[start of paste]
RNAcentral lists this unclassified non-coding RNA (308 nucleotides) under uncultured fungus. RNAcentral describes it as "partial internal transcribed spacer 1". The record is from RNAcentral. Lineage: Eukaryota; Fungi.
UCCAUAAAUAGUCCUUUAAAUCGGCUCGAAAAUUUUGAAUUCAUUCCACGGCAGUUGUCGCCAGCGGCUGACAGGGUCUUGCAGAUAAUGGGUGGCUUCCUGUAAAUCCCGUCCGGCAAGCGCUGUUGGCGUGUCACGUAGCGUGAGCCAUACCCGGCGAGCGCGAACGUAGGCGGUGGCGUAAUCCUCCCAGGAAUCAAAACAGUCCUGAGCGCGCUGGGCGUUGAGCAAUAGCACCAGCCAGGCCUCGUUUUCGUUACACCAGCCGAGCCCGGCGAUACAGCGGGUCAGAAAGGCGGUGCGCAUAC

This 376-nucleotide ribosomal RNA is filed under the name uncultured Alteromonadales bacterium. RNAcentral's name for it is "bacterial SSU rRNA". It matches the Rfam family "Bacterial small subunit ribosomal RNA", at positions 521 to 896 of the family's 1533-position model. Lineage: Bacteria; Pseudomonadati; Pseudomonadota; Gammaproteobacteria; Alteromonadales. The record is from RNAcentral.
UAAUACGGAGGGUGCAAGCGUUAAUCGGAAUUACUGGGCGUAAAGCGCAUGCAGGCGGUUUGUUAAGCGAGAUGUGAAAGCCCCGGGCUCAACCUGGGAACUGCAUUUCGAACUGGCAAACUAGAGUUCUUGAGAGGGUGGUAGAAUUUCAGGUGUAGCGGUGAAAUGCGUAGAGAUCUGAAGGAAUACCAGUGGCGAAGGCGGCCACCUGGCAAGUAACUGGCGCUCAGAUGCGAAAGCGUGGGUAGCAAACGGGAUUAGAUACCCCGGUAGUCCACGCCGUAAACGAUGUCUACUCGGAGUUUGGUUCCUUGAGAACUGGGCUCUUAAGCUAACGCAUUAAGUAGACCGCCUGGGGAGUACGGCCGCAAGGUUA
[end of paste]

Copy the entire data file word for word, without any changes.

RNAcentral lists this unclassified non-coding RNA (308 nucleotides) under uncultured fungus. RNAcentral describes it as "partial internal transcribed spacer 1". The record is from RNAcentral. Lineage: Eukaryota; Fungi.
UCCAUAAAUAGUCCUUUAAAUCGGCUCGAAAAUUUUGAAUUCAUUCCACGGCAGUUGUCGCCAGCGGCUGACAGGGUCUUGCAGAUAAUGGGUGGCUUCCUGUAAAUCCCGUCCGGCAAGCGCUGUUGGCGUGUCACGUAGCGUGAGCCAUACCCGGCGAGCGCGAACGUAGGCGGUGGCGUAAUCCUCCCAGGAAUCAAAACAGUCCUGAGCGCGCUGGGCGUUGAGCAAUAGCACCAGCCAGGCCUCGUUUUCGUUACACCAGCCGAGCCCGGCGAUACAGCGGGUCAGAAAGGCGGUGCGCAUAC

This 376-nucleotide ribosomal RNA is filed under the name uncultured Alteromonadales bacterium. RNAcentral's name for it is "bacterial SSU rRNA". It matches the Rfam family "Bacterial small subunit ribosomal RNA", at positions 521 to 896 of the family's 1533-position model. Lineage: Bacteria; Pseudomonadati; Pseudomonadota; Gammaproteobacteria; Alteromonadales. The record is from RNAcentral.
UAAUACGGAGGGUGCAAGCGUUAAUCGGAAUUACUGGGCGUAAAGCGCAUGCAGGCGGUUUGUUAAGCGAGAUGUGAAAGCCCCGGGCUCAACCUGGGAACUGCAUUUCGAACUGGCAAACUAGAGUUCUUGAGAGGGUGGUAGAAUUUCAGGUGUAGCGGUGAAAUGCGUAGAGAUCUGAAGGAAUACCAGUGGCGAAGGCGGCCACCUGGCAAGUAACUGGCGCUCAGAUGCGAAAGCGUGGGUAGCAAACGGGAUUAGAUACCCCGGUAGUCCACGCCGUAAACGAUGUCUACUCGGAGUUUGGUUCCUUGAGAACUGGGCUCUUAAGCUAACGCAUUAAGUAGACCGCCUGGGGAGUACGGCCGCAAGGUUA